to Columbus from St. Edward Wednes
day, bringing their household goods
A masquerade poverty party is to be
held this (Wednesday) evening at the
home of the Misses Wellman, Eighth and
Harvey Miles' little child two and n
half years old, who had been sick with
diphtheria about ten days, died Monday
morning at .1 o'clock.
John Kersenbrock was the only del
egate wo know of who went Monday
night to bo present yesterday and today
at tho Irrigation convention at Kearney.
Joe Skillin, recently of this city, now
living in Albion, is very sick with ty
phoid fever. His sister Lucy is coming
down with what is supposed to be the
Becher, Jneggi .v. Co. insure build
ings and personal property against fire,
lightning and cyclones, in good and
reliable companies at lowest current
Next week we expect to issue on
Monday to give ourselves Christmas.
Advertisements should bo in hand Sat
urday, if lengthy, or early Monday morn
ing, if short.
Chauncey Wiltze of Fullerton, died
there Tuesday evening of last week. The
remains were taken to Omaha for burial.
His death was very sudden and caused
by heart trouble.
E. S. Daniel, painter and paper
hanger. All work promptly attended
to, and satisfaction guaranteed. Paper
hanging a specialty. Leave orders at
Stillman's drug store, tf
Mamie Bley of Madison was taken
sick with diphtheria and the premises
quarantined, but before it could be de
cided which of two boards of health was
the legal one, the child got well.
George Scott went to Madison yes
terday morning to bo present at the
trial of the men captured here by Po
liceman Brandt, for robbery at Tildon.
George knows of some of their transac
Frank Wake, Wm. Moran, Wm. Ken
nedy, H. Sutton, Frank Osborne, Wm.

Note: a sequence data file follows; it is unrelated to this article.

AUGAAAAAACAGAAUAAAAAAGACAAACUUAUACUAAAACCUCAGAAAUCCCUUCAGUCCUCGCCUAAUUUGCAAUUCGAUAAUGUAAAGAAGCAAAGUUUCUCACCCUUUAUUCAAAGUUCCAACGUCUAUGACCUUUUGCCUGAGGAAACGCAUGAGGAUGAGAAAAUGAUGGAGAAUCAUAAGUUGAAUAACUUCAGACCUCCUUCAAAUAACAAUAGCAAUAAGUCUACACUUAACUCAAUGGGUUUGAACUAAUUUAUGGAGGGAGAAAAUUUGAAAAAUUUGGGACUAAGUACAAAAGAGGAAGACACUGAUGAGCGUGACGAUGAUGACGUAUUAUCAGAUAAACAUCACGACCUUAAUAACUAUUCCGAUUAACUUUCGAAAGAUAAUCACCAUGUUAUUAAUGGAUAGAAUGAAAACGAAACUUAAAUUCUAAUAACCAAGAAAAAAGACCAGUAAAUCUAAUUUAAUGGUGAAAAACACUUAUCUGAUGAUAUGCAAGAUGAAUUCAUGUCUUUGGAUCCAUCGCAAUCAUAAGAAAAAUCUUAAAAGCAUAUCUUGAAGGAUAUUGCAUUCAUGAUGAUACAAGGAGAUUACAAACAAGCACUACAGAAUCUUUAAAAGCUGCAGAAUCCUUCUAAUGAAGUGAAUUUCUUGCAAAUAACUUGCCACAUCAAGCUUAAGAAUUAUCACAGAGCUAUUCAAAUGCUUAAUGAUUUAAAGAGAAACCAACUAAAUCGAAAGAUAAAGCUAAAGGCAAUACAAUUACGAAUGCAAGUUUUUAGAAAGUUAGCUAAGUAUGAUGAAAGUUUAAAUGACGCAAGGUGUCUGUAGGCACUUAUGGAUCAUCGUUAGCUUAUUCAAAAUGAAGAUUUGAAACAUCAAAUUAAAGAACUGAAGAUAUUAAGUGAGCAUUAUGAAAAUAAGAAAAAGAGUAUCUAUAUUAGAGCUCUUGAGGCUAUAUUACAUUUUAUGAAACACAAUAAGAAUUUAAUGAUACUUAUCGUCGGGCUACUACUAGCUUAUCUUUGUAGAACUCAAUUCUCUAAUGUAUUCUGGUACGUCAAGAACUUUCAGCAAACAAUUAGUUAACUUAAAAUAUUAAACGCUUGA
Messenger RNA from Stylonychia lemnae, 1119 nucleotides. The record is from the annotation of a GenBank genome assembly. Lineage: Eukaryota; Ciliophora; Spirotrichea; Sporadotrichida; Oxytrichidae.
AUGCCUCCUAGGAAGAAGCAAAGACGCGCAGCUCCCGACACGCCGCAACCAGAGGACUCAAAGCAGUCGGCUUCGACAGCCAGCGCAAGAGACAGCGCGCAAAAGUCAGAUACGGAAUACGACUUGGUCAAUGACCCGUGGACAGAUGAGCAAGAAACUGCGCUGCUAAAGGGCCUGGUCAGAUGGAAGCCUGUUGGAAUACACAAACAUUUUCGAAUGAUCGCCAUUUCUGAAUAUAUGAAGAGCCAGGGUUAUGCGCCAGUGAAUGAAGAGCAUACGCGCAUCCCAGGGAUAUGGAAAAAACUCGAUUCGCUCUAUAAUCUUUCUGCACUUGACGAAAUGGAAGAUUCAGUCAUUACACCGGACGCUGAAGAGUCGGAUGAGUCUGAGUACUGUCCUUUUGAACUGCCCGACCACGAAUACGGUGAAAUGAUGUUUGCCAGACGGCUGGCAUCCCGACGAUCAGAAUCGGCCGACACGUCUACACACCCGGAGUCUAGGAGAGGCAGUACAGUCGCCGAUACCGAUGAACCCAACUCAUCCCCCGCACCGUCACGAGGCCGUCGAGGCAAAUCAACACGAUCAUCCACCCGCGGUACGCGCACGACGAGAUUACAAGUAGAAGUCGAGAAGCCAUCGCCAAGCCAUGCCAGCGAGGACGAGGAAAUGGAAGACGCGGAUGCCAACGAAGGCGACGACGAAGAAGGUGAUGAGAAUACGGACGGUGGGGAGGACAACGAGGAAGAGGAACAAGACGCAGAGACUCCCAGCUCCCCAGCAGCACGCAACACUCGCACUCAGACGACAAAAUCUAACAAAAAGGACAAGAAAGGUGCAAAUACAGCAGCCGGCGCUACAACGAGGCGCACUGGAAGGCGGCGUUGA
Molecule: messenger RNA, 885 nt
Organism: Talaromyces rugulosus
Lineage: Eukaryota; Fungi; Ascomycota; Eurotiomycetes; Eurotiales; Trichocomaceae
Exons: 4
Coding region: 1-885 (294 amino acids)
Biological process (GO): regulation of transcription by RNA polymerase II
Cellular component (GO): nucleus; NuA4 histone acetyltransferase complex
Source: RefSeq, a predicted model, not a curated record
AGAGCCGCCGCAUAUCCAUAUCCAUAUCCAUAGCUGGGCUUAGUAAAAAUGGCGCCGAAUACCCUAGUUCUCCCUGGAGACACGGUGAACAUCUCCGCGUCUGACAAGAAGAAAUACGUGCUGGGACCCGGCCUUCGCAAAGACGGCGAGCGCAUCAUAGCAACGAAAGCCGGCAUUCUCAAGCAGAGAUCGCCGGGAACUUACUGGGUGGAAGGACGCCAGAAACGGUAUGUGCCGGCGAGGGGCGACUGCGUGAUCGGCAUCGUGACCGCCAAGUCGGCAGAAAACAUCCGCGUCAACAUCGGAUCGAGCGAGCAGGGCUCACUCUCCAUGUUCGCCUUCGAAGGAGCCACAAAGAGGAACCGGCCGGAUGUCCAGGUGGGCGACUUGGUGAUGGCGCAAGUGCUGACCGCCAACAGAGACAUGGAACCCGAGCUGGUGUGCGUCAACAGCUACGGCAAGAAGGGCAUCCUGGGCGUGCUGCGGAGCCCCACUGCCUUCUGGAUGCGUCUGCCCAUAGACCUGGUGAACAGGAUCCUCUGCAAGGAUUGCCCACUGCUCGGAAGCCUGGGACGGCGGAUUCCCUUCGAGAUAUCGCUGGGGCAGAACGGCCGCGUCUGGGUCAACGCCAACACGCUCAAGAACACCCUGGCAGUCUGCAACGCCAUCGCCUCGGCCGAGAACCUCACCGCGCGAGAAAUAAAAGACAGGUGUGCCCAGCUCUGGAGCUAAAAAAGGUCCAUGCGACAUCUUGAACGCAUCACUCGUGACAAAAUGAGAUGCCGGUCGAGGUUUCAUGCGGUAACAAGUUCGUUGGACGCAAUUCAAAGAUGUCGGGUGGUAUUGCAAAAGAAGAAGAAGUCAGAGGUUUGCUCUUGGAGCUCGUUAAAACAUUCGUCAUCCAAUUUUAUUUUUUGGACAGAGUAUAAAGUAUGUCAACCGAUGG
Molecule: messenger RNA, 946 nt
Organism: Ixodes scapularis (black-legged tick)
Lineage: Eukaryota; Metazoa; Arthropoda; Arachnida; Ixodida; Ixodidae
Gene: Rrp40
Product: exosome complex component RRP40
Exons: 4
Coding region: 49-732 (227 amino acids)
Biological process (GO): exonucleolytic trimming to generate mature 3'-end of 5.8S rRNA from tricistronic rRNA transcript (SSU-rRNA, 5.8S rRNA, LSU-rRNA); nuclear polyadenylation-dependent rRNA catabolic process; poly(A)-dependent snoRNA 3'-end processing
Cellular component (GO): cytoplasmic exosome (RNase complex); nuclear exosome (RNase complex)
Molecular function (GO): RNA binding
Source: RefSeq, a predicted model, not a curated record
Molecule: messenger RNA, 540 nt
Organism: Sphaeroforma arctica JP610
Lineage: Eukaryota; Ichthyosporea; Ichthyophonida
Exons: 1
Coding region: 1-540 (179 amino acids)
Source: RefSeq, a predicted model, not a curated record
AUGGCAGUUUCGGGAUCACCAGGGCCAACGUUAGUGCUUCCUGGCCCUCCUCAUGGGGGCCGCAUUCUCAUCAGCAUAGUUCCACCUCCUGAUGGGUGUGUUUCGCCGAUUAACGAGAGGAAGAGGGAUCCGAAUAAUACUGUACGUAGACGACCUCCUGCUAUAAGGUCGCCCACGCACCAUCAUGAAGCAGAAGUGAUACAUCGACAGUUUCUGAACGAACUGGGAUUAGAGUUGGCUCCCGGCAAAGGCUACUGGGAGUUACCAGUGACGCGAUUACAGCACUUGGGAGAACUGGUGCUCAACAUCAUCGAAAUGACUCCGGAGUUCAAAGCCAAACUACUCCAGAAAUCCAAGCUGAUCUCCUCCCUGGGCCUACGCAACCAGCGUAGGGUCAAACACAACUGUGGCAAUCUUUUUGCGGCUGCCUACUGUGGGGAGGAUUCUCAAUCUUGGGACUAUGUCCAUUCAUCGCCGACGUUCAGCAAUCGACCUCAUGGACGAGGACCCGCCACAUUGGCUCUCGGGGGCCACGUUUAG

Pugsley, Eric Johnson and F. H. Young
of Genoa were among the attendants at
the K. P. district meeting hero last Wed
Miss Lillie Laudeman has severed
her connection with Mrs. McCord's mil
linery establishment and returned to her
home in St. Edward. Mies Clother will
lill the position vacatedby Miss Lande
man. Albion Argus.
At the regular meeting Monday of
Pioneer H. & L. Co. Bert Galley and J. N.
Kilian were selected as delegatas to tho
Nebraska Volunteer Firemen's associa
tion at Norfolk, Feb. 15-17. The annual
ball will be held as usual, Feb. 22.
The world seems to have tired a
little of the advice against extravagance
being mostly aimed at the young, which
probably accounts for the great popu
larity of the new play "The Prodigal
Father," which is having such a run in
On the margin of The Journal, or
on the wrapper, following your name
you will find the date to which your sub
scription is paid or accounted for. If
the date is past, you are respectfully re
quested to renew your subscription. See
R. Knmmer, in from the south side
Saturday, says that Mr. Morrell (charged
with the forgery of a note for S850, which
he got the money on at one of tho Polk
county banks), was convicted last week
and sentenced to the penitentiary. The
proof was conclusive.
Starting with Oct. loth, 1894, The
Columbus Journal subscription rates